Thursday, April 4, 2019


The tech product manager is a new role and brings with it a modern mindset that can help in all kinds of situations. When I learned to focus on the customer(1), define success(2), and lead without authority(3), I realized the skills of thinking like a product manager could be valuable in any job.



Focus on the customer
Every job has a customer. In some jobs it’s obvious who the customer is, for a lawyer it’s the client, for a chef it’s the person scarfing down that soup. In other jobs it might be harder to figure out — if I work in recruiting my customer might be the hiring manager, if I work as an admin, my customer might be my boss, but also her customers.

As a product manager, I need to focus on my customer, to make sure I’m really building something that will be valuable. The cardinal sin of product management is to assume my customer is just like myself. Instead, I take the time to research what my customers are really like. Why did they come to me? How busy are they? What’s the bigger goal they’re trying to accomplish? What do they value?

Once I understand my customer, I can make smart decisions in my work about what they’d like and what will matter to them.
For example, if I own a restaurant and people are always in a rush for their lunch break, I can help them by marking on the menu a few dishes that can be prepared quickly.

This applies to any job: take a second to think about who the customer is. What’s their biggest pain point? Is there any way I can ease that pain for them?

Let’s say I work in a doctor’s office and patients keep arriving late. When I talk to a few of them I find out that they had trouble finding parking. I could start telling people the location of the nearest parking garage when I call to confirm their appointments. My patients are happier because they don’t have the stress of finding parking, and I’m happier because I’m not losing time waiting for patients to arrive.

Read more about how to focus on the customer here:



Define Success

It shocks me that so many people rush through their work without thinking about their ultimate goal — what success means to them. This is especially pernicious because many people unthinkingly work towards climbing the career ladder without considering if it’s what they really want.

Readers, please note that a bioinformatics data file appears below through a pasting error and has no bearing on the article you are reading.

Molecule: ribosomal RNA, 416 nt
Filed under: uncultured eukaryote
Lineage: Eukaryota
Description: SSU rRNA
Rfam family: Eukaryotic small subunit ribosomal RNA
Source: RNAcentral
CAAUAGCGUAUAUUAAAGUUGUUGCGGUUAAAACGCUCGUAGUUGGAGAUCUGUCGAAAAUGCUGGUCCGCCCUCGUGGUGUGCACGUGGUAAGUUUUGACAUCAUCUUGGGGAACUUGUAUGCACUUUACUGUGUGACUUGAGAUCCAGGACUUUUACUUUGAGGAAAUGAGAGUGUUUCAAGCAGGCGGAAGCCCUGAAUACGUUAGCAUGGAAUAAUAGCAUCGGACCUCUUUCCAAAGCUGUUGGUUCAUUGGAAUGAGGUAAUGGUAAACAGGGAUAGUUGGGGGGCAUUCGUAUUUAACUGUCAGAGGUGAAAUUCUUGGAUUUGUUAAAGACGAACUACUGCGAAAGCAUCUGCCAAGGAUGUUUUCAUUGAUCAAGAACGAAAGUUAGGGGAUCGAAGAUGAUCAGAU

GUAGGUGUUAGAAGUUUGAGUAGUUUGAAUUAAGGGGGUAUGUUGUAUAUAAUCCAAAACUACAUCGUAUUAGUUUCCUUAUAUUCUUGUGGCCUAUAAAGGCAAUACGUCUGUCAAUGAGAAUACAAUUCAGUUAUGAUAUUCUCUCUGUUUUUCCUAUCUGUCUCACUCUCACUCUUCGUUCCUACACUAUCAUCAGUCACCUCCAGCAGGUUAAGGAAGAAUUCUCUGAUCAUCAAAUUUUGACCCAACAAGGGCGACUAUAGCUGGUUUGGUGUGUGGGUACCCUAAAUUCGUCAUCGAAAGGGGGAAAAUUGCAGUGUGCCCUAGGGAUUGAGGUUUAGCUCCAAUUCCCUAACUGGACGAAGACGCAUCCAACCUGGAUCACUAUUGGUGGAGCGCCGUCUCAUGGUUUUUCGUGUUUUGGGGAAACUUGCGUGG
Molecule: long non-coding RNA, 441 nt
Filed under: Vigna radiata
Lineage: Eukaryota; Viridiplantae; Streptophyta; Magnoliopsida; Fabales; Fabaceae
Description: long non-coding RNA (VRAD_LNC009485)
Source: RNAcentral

At a smaller scale, people start projects without considering success as anything more than completing the project. But one project might be done in many different ways depending on the goals. Maybe I started exercising for my health, or to look better, or to be a good role model. Each of those goals would change how I approach those sit-ups.

Great PMs are constantly defining success. Some projects are going after revenue, some after reduced costs, some after user acquisition, some after user delight. By getting agreement at the beginning on what success means, the whole team can keep their eye on the prize.

One way I apply this is in the meetings I run. I think about what I’d consider a successful meeting, share that goal, then gently redirect conversations that are getting off track.

Another great time to think about success is if I were applying to a new job. Would I just be going for the highest salary I can get, or would I be more interested in how creative the job is, how fun the culture is, how much impact it has, or what the work-life balance is like?

And for every day work, let’s say I’m in charge of delivering a report to my client, I’ll think about what success means. Am I trying to build credibility with the client, set them up for success implementing my proposal, or surface important questions that need more research? It’s okay to go for a combination of these, but if I have too many, I’ll need to prioritize them when they come into conflict.



Lead without Authority

Despite the name, product managers don’t actually manage anyone. We’re responsible for making our team success, but without being anyone’s boss. Since we can’t get by with saying “Just do what I tell you”, we instead need to learn how to lead without authority.

Even when I *am* the boss at my job, I’ve really benefited from learning how to lead without authority.

First, I learn about the goals of all the people on my team. Some of them might want to learn a new skill, others might want to get public recognition, others like to work on hard problems, others really believe in the company mission and want to make progress towards it. Then, I match my goals and the team’s opportunities to their goals — I frame my requests as things that will help them on their path to their goals.

If this sounds tricky, it’s actually easier than it sounds in work life. We’ve all chosen to work for the same company, so we already have many goals in common already.

Let’s say I work for a non-profit and I want to get my team to come in on Saturday for an event. I can share my ideas on how much the event will help the people we serve and get people bought into the idea that they’ll be helping a greater mission.

Focus on the customer, define success, and lead without authority. Master these three practices and you can start harnessing the power of product management too.


From Jackie Bavaro, Head of PM at Asana